The little boy in Fiasco’s song respected his mother, who referenced herself as a “bitch,” but the rapper who was attracted to the video-vixen type described in the song did not have that same respect for the vixen: “The little boy meets one of those little girls/ and he thinks she’s a bad bitch and she thinks she’s a bad bitch/ he thinks disrespectfully, she thinks of that sexually…” To him, she is an object—an object of his affection, his lesser; someone to conquer and have power over, someone that allows him to be a patriarch.
Fiasco is trying to ignite a conversation about the multievidential use of the word “bitch.” I believe he also wants listeners to realize the psychological effects the actions of adults have on children: "Disclaimer: this rhymer, Lupe, is not usin' 'bitch' as a lesson/but as a psychological weapon/ to set in your mind and really mess with your conceptions." He wants listeners to think about the connotations behind the words they are using.
In the final verse of the song, Fiasco brings things full circle. Both the young boy and the young girl have grown up, identifying with the word, but under two different definitions. The girl thinks “bitch” equates sexiness and promiscuity in dress, while the boy’s connection to the word reminds him that of his mother: “He thinks she’s bad at bein’ a bitch, like his mother/ momma never dressed like that, come out the house, hot mess like that/ ass, titties, dressed like that, all out to impress like that…he’s caught in a reality, she’s caught in an illusion…” However, I find the last line about the girl being caught in an illusion troubling. Isn’t the connotation behind “bitch” based off the illusion of hypermasculinity? What reality is Fiasco referring to that the boy is supposedly caught in? I believe it is what society has said it means to be a “bitch.” The child has allowed another system to infiltrate his thought process—but because he is a child when his definition is originally formed, it is difficult to escape that thought process as an adult. There is nothing positive or reminiscent of African Worldview about hypermasculinity—it is simply a social construction needed to feed the black male's illusion of influence.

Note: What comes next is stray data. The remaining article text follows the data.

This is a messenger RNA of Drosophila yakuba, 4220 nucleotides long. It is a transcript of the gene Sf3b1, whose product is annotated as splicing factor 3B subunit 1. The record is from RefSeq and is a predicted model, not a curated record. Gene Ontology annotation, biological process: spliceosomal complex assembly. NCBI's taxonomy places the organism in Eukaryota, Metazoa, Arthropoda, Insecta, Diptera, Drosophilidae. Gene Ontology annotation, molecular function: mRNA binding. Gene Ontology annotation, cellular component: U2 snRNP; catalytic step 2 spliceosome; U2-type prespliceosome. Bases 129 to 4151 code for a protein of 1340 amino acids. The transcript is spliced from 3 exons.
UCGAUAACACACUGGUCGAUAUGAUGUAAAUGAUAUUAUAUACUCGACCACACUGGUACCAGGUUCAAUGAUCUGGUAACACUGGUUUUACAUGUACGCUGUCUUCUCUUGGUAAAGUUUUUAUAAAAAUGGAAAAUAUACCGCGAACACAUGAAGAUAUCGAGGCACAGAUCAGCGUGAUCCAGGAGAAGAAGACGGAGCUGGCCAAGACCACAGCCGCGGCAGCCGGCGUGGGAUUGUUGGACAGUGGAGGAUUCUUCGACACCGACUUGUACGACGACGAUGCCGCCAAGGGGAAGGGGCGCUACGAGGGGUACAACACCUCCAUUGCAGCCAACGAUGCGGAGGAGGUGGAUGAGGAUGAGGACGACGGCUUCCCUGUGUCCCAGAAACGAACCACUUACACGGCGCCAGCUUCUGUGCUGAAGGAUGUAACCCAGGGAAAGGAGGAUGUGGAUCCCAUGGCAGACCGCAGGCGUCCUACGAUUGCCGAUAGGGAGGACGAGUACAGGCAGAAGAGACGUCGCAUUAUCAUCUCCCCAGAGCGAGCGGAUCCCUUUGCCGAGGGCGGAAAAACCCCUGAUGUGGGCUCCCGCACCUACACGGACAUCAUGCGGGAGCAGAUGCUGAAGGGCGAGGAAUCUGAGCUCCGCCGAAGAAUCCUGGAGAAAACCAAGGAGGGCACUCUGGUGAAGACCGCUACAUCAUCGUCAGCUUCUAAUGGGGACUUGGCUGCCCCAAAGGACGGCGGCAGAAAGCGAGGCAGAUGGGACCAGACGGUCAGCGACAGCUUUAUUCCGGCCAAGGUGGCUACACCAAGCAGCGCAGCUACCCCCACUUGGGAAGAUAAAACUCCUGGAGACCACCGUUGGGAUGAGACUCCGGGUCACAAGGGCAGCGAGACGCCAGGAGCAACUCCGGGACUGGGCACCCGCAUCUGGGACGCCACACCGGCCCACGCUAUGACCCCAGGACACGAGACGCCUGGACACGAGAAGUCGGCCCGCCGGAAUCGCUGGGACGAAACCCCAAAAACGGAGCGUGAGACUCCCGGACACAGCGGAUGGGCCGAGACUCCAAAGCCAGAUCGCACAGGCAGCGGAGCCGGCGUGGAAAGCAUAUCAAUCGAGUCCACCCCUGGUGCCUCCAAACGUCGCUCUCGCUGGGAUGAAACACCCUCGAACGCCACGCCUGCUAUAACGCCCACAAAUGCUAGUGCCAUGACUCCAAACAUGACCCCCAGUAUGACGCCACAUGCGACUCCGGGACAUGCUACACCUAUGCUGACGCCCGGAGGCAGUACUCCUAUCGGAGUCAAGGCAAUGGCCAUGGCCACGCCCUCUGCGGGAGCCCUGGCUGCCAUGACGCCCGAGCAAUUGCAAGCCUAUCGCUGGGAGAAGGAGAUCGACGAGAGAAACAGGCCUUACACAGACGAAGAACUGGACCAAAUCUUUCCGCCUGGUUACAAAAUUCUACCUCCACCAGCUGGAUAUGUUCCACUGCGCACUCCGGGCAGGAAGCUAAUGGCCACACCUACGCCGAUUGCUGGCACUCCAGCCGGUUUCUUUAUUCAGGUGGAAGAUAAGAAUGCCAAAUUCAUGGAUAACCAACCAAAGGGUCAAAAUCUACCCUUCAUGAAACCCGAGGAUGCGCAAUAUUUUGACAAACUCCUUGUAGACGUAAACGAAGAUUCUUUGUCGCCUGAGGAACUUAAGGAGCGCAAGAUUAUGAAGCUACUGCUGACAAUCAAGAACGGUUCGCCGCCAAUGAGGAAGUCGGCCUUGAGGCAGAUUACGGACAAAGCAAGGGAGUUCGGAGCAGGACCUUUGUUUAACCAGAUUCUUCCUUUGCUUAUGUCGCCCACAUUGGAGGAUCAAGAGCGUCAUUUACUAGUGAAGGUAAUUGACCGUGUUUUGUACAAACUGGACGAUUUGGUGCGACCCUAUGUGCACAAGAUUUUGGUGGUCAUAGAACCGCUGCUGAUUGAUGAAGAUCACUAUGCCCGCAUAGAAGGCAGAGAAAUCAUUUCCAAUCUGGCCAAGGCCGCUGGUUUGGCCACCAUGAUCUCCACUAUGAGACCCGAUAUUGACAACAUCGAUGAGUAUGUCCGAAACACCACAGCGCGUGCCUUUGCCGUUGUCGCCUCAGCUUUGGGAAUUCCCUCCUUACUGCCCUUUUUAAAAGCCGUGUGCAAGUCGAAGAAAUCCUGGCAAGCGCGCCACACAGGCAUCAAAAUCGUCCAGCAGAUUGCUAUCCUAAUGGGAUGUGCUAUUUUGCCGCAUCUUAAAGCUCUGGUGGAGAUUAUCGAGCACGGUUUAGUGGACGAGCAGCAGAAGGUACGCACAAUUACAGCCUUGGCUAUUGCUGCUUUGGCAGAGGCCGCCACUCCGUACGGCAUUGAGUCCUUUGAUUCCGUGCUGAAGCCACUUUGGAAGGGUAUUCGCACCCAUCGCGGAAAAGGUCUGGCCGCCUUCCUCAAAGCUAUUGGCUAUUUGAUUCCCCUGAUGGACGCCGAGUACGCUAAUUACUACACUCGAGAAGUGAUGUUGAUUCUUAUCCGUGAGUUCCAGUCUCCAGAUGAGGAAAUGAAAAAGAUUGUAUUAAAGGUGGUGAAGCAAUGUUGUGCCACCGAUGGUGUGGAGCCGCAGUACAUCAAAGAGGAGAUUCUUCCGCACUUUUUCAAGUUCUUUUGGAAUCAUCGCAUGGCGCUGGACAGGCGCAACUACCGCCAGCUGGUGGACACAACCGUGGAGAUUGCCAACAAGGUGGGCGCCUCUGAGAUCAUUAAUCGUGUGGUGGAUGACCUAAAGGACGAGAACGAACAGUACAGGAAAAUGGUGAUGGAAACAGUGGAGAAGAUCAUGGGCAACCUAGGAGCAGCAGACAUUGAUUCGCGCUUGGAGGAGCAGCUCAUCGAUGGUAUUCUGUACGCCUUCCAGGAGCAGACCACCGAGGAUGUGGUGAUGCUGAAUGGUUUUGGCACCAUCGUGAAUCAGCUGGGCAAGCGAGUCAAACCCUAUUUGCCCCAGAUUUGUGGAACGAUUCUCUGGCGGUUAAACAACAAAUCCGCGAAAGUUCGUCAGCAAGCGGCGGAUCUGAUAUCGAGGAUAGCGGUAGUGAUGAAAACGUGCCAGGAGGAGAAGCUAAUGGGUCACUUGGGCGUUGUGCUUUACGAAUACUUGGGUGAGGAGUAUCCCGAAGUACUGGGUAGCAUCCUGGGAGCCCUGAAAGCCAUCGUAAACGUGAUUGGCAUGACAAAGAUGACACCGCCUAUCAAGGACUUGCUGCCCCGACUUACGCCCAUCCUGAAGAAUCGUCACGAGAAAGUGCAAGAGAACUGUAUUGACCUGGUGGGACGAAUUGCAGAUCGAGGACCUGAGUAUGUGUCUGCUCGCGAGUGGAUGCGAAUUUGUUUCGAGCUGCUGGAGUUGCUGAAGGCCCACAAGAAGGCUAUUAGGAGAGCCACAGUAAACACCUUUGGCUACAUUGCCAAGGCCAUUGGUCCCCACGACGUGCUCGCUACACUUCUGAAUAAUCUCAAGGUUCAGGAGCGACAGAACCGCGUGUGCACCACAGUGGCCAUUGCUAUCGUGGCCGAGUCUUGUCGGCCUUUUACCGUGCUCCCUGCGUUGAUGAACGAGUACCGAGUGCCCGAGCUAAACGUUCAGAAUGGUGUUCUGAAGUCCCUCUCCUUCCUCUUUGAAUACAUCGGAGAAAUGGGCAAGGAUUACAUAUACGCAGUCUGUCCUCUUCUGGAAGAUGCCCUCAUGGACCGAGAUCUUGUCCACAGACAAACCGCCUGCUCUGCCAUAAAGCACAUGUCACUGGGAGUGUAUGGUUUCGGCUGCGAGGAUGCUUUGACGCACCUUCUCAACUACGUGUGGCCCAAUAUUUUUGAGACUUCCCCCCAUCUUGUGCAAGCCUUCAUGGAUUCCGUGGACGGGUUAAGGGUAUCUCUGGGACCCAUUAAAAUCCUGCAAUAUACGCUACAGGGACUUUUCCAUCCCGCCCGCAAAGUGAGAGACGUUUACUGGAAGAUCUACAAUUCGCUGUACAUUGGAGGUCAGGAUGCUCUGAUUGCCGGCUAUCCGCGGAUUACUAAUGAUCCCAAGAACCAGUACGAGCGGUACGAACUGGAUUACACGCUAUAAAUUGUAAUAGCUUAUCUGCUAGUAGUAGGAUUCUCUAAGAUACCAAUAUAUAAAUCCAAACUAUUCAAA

The song is politically relevant because a conversation about the perception of the word “bitch” has not been had by a black rapper—at least not from a lyricist of our generation. The sexism and misogyny that appears in rap music is a result of black men feeling inferior—and blaming this inferiority on women. If a woman wears “high heels, long hair, fat booty, slim,” she is a “bitch” because she is dressed promiscuously. But if she’s intelligent, able to provide for herself without the assistance of a man, she’s still a “bitch” and considered a threat. Now isn't that a disgrace. I don't understand that. Black women are the biggest supporters of black men. Why tear down a group that only seeks to build and support you?
Fiasco ends the song with: “But bitch still bad to her, if you say it the wrong way/ but she think she a bitch, what a double entendre.” A word with so many meanings makes it very difficult to explain to impressionable young minds. In all seriousness, there are adults walking around that are still impressionable--being apart of society but not being an active, thinking member of society. Dyson says historically, rappers don’t understand that though they are victims, they still have the ability to victimize—and do. The clichéd response to solving this would be somehow teaching men to value women—but that’s impossible without changing the entire American social order.
So how do I feel about the word? My name is Kikora Naila. Don't call me anything but.